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Clin Cancer Res. 2006 Jan 1;12(1):206-13.

Motexafin-gadolinium taken up in vitro by at least 90% of glioblastoma cell nuclei.

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Department of Physics and Synchrotron Radiation Center, University of Wisconsin-Madison, Stoughton, Winconsin 53589, USA.



We present preclinical data showing the in vitro intranuclear uptake of motexafin gadolinium by glioblastoma multiforme cells, which could serve as a prelude to the future development of radiosensitizing techniques, such as gadolinium synchrotron stereotactic radiotherapy (GdSSR), a new putative treatment for glioblastoma multiforme.


In this approach, administration of a tumor-seeking Gd-containing compound would be followed by stereotactic external beam radiotherapy with 51-keV photons from a synchrotron source. At least two criteria must be satisfied before this therapy can be established: Gd must accumulate in cancer cells and spare the normal tissue; Gd must be present in almost all the cancer cell nuclei. We address the in vitro intranuclear uptake of motexafin gadolinium in this article. We analyzed the Gd distribution with subcellular resolution in four human glioblastoma cell lines, using three independent methods: two novel synchrotron spectromicroscopic techniques and one confocal microscopy. We present in vitro evidence that the majority of the cell nuclei take up motexafin gadolinium, a drug that is known to selectively reach glioblastoma multiforme.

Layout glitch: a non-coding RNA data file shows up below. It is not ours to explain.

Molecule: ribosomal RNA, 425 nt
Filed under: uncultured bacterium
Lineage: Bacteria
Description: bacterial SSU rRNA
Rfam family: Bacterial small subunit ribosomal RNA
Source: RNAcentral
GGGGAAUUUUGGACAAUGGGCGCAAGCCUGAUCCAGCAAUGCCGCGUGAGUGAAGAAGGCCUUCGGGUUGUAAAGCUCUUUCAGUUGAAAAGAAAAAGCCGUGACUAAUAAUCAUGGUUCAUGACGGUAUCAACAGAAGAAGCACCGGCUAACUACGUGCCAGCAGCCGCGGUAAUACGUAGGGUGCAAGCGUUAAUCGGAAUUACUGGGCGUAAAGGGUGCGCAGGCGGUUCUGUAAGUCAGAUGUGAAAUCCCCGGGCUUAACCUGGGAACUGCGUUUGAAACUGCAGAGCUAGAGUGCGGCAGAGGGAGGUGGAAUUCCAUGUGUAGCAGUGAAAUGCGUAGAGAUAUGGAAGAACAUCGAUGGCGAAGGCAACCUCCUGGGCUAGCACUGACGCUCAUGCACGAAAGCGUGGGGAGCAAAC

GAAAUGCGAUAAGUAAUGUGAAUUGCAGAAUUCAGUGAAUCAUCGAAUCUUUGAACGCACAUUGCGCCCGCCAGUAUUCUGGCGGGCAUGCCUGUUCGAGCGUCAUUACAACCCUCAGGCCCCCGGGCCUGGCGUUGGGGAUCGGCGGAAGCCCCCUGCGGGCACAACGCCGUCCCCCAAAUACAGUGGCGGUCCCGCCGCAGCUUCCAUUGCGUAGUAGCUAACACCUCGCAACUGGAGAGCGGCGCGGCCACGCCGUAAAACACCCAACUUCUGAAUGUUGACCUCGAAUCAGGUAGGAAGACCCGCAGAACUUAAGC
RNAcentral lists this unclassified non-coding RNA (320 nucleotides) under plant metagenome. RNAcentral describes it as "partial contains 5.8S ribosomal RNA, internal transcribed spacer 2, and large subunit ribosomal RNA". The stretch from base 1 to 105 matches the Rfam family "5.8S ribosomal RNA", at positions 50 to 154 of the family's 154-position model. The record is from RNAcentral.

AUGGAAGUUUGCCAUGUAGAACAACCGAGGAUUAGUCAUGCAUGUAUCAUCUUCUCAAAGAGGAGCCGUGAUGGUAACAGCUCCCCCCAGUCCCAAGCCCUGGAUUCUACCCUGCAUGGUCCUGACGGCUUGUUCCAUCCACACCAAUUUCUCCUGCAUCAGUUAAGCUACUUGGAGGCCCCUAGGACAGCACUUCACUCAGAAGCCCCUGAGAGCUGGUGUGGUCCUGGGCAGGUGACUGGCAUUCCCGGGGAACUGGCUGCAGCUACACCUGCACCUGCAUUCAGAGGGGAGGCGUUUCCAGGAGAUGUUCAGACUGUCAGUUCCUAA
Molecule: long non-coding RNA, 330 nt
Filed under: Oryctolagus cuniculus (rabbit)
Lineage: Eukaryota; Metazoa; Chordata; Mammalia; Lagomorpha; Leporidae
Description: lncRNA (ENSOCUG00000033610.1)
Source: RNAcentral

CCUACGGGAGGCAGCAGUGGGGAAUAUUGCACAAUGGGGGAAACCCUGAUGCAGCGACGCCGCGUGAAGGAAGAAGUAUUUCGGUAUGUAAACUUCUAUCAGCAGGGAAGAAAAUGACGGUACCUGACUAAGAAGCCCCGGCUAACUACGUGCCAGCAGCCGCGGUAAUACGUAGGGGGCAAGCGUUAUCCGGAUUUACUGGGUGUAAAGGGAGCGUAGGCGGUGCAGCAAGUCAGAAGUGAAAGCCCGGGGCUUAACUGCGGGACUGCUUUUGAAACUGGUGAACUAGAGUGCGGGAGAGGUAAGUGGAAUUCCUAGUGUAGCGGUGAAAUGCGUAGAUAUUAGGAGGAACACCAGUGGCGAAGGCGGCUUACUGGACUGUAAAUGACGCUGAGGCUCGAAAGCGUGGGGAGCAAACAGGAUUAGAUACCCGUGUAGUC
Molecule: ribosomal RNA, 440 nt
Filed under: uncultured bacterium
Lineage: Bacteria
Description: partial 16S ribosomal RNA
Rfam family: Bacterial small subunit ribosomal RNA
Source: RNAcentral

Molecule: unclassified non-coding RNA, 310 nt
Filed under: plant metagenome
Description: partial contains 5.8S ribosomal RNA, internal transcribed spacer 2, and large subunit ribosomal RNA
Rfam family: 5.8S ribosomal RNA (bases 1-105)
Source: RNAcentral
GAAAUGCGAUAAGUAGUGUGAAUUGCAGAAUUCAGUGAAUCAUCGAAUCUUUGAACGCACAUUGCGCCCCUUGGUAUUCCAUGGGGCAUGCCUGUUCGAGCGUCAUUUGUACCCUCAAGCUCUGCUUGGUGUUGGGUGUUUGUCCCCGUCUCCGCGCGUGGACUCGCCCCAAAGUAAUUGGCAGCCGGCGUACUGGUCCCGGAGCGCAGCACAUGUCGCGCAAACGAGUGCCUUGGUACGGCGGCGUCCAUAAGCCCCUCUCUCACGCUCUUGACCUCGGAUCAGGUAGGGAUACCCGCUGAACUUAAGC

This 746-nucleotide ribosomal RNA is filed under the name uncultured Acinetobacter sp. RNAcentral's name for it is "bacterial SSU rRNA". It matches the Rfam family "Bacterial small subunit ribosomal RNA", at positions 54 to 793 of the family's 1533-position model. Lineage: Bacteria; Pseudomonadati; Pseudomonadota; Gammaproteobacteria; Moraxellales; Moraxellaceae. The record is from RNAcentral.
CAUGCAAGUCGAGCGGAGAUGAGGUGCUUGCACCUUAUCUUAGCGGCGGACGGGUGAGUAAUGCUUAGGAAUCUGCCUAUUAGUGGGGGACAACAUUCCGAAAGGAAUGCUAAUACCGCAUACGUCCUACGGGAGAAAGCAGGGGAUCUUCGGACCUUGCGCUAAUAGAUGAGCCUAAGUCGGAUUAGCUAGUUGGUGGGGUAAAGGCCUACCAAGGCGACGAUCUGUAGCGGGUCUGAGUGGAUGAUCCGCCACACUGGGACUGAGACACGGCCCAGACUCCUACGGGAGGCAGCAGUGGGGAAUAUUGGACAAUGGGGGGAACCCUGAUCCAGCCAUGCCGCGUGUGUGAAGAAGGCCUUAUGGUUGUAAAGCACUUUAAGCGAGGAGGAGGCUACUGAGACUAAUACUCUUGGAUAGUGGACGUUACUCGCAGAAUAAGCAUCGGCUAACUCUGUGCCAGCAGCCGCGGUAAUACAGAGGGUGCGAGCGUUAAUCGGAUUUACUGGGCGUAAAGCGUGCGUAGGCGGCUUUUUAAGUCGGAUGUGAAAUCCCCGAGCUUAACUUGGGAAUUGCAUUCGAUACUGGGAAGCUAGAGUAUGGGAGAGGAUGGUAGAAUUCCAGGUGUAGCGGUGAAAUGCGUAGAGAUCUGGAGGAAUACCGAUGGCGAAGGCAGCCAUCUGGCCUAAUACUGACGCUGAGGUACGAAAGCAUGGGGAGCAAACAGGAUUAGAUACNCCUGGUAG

With all three methods, we found Gd in at least 90% of the cell nuclei. The results are highly reproducible across different cell lines. The present data provide evidence for further studies, with the goal of developing GdSSR, a process that will require further in vivo animal and future clinical studies.

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